In the News, Race

“I must remind you that starving a child is violence.” Remembering Coretta Scott King and Martin Luther King

“I must remind you that starving a child is violence. Neglecting school children is violence. Punishing a mother and her family is violence. Discrimination against a working man is violence. Ghetto housing is violence. Ignoring medical need is violence. Contempt for poverty is violence.”

  • Coretta Scott King

Share Our Strength and Community Wealth Partners colleagues:

Our family tradition for the past 5 years has been to celebrate the Martin Luther King holiday by participating in the service day of Project 351 in Boston which brings together eighth grade service ambassadors from each of Massachusetts’s 351 towns. The launch of their year of service in Boston’s historic Faneuil Hall always includes remarks from Governor Charlie Baker and various service heroes.  Then everyone fans out to serve at the Greater Boston Food Bank, Cradles and Crayons, and The Pine Street Inn.,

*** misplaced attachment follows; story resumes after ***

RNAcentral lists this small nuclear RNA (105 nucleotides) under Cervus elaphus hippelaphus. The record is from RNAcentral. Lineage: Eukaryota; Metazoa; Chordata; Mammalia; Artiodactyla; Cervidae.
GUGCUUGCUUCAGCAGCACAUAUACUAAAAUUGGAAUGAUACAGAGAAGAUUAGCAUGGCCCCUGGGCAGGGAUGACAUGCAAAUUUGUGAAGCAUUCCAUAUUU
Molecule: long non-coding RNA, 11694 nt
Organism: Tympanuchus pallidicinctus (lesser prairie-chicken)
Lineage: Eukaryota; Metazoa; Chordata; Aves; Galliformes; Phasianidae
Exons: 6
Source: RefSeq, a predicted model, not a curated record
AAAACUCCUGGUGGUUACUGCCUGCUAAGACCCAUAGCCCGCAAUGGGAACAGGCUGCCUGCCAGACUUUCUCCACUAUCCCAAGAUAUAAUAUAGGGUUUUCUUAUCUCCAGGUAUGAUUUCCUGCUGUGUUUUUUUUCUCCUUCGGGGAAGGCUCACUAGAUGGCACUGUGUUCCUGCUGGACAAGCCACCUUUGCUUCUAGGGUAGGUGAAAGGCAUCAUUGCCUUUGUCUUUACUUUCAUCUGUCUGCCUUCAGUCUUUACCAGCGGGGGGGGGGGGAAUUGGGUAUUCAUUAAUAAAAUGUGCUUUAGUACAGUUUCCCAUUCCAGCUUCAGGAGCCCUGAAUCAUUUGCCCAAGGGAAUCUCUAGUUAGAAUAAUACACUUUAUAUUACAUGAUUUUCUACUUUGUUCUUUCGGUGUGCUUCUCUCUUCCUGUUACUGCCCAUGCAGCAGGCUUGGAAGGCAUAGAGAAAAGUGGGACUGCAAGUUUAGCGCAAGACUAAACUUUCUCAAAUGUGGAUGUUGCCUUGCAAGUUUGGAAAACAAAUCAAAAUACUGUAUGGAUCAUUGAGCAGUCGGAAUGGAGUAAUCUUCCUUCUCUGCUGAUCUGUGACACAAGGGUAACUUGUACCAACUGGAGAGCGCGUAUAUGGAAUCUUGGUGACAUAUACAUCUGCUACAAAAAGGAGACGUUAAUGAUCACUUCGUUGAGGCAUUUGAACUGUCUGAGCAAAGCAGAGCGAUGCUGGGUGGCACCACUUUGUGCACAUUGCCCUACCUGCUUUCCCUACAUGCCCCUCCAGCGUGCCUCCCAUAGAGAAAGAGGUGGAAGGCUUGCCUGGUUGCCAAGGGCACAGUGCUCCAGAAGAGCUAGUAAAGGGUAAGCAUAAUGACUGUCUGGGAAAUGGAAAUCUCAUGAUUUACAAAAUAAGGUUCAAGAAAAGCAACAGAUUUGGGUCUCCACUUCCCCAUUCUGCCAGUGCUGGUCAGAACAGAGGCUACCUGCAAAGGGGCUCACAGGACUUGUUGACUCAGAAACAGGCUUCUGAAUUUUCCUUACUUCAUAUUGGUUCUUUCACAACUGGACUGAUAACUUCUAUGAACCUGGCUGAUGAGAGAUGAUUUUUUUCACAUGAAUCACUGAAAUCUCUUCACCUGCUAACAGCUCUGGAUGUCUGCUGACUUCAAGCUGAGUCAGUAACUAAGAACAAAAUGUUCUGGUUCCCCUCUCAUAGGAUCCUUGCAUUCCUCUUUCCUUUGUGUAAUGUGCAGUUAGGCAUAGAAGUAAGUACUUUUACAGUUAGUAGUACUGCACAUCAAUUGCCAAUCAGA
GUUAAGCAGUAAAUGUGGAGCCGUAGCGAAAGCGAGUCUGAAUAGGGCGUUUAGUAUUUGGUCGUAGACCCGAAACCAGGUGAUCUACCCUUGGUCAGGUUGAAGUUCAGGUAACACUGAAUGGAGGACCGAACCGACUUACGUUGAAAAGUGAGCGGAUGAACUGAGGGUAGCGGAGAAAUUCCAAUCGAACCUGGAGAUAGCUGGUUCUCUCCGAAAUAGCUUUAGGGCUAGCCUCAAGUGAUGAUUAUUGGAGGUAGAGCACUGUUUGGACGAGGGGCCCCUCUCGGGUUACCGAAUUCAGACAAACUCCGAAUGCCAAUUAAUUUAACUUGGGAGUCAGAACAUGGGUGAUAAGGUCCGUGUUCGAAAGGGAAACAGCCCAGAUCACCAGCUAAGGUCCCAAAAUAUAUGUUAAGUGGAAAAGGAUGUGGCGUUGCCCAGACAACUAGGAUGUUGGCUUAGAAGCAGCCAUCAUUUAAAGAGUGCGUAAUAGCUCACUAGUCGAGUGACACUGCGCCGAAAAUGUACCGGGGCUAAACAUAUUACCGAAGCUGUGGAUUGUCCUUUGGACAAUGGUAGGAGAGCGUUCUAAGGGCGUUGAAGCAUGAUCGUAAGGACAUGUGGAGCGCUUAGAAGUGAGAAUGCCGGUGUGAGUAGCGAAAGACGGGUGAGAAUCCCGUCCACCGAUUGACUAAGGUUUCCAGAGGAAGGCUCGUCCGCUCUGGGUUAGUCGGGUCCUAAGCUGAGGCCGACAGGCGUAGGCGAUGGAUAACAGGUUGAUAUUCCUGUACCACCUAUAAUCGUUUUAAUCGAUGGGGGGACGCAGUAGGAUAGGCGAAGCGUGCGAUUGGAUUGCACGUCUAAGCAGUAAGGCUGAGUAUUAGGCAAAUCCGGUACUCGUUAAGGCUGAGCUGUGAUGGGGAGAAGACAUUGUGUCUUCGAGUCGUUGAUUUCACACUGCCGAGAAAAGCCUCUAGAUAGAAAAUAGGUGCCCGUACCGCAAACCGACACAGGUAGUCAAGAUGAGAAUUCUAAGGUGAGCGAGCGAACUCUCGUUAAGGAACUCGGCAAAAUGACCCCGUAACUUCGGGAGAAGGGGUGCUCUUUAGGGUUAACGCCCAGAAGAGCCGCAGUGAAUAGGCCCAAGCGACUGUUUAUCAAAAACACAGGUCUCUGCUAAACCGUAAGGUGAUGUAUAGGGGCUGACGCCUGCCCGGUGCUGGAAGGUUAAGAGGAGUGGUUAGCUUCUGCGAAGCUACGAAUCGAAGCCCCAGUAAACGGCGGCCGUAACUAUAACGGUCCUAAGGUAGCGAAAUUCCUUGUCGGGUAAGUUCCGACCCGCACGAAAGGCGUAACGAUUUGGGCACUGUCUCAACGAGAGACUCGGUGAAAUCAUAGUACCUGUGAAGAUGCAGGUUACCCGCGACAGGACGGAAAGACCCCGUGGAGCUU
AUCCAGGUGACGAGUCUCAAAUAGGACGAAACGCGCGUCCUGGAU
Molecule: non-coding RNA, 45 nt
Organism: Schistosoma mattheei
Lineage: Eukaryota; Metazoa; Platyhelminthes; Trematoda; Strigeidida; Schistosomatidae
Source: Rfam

The speakers this Saturday morning included Share Our Strength champion Joanne Chang, and newly elected Congresswoman Ayanna Pressley, the first African American woman ever elected to Congress from Massachusetts.  In addition to sharing the Coretta Scott King passage above, Rep. Pressley recounted the story of Coretta’s role after meeting Martin Luther King in Boston in 1952 where they were both studying at the time.

Coretta was a talented soprano studying opera at the New England Conservatory of Music. Martin was doctorate student at Boston University. After they married and their involvement in the civil rights movement deepened Coretta realized she wouldn’t have time for the performing career for which she had prepared.  Instead she raised money for the cause by singing at Freedom Concerts “where I narrated the story of the civil rights movement that we were involved in, and sang freedom songs in between the narrations that told the story of our struggle from Montgomery to Washington at that time.”

Up in the balcony where we were sitting, Rosemary elbowed me in the ribs, a usually reliable signal that she’s caught me daydreaming when I should have been paying attention to something important.

“What?” I whispered.

“She found a way to literally share her strength. Her voice. That was her strength to share.”

And that’s why we always participate in service on MLK Day, and why I always sit next to Rosemary.


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